The Small Business Reorganization Act (“SBRA”) goes into effect on February 29, 2020.  It has a number of features intended to increase the opportunities for small, individually owned, and closely held businesses to reorganize their operations pursuant to an approved plan of reorganization.

Eligible small business owners will be able to choose to be a debtor under a new subchapter to Chapter 11 of the Bankruptcy Code.

The eligibility requirements to be a subchapter 5 debtor are:

1.         The entity or individual must be engaged in commercial or business activities;

2.         The primary commercial or business activity must be not be the ownership of single asset real estate;

3.         Aggregate non-contingent secured and unsecured liability must not exceed $2,725,625; and

4.         At least 50% of the debts must have arisen from the debtor’s commercial or business activities.

Being a debtor in subchapter 5 has a number of advantages for the debtor seeking to reorganize over the relief that is currently available under Chapter 11.  Some of those advantages are summarized below.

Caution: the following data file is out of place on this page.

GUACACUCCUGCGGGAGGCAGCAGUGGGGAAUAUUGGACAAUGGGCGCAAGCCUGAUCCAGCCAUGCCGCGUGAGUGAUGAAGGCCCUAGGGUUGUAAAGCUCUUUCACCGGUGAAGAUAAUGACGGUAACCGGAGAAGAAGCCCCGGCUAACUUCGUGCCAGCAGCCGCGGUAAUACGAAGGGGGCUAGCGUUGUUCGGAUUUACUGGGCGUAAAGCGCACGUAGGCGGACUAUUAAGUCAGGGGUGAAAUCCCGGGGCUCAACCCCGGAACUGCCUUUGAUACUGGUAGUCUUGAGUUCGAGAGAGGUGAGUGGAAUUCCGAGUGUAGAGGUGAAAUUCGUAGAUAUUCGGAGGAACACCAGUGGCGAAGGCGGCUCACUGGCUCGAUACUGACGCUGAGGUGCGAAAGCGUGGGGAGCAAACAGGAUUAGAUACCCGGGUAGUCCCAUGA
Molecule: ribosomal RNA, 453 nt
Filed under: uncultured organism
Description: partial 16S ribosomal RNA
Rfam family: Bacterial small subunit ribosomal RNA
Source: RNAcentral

1.         The absolute priority rule does not apply to a subchapter 5 debtor.  The absolute priority rule[1] has been a significant disincentive to small business owners seeking reorganization under Chapter 11, because these owners will, generally, lose ownership of their business unless they can pay creditors in full under an approved plan, or provide new, non-estate value for an equity interest in the reorganized debtor. 

2.         Currently, in a contested plan confirmation, a debtor must meet a five-year net disposable income test under 11 U.S.C. § 1129(a)(15)(B).  Under the SBRA, the bankruptcy court can confirm a subchapter 5 debtor’s plan over creditor objection where the plan provides for the payment of the debtor’s net income over 3 to 5 years. 

3.         An unsecured creditors’ committee will not be appointed by the Office of the U.S. Trustee unless the court orders it.  Instead, every case under the SBRA will have a trustee appointed, although the trustee’s role will be primarily facilitative and advisory.

4          A disclosure statement will no longer be required.

Small business owners, and their advisors, should familiarize themselves with the SBRA in advance of effective date, and take it into consideration when contemplating a restructuring.


[1] See blog post from September 19, 2019, for a discussion of the absolute priority rule and its application to individual debtors in the Ninth Circuit.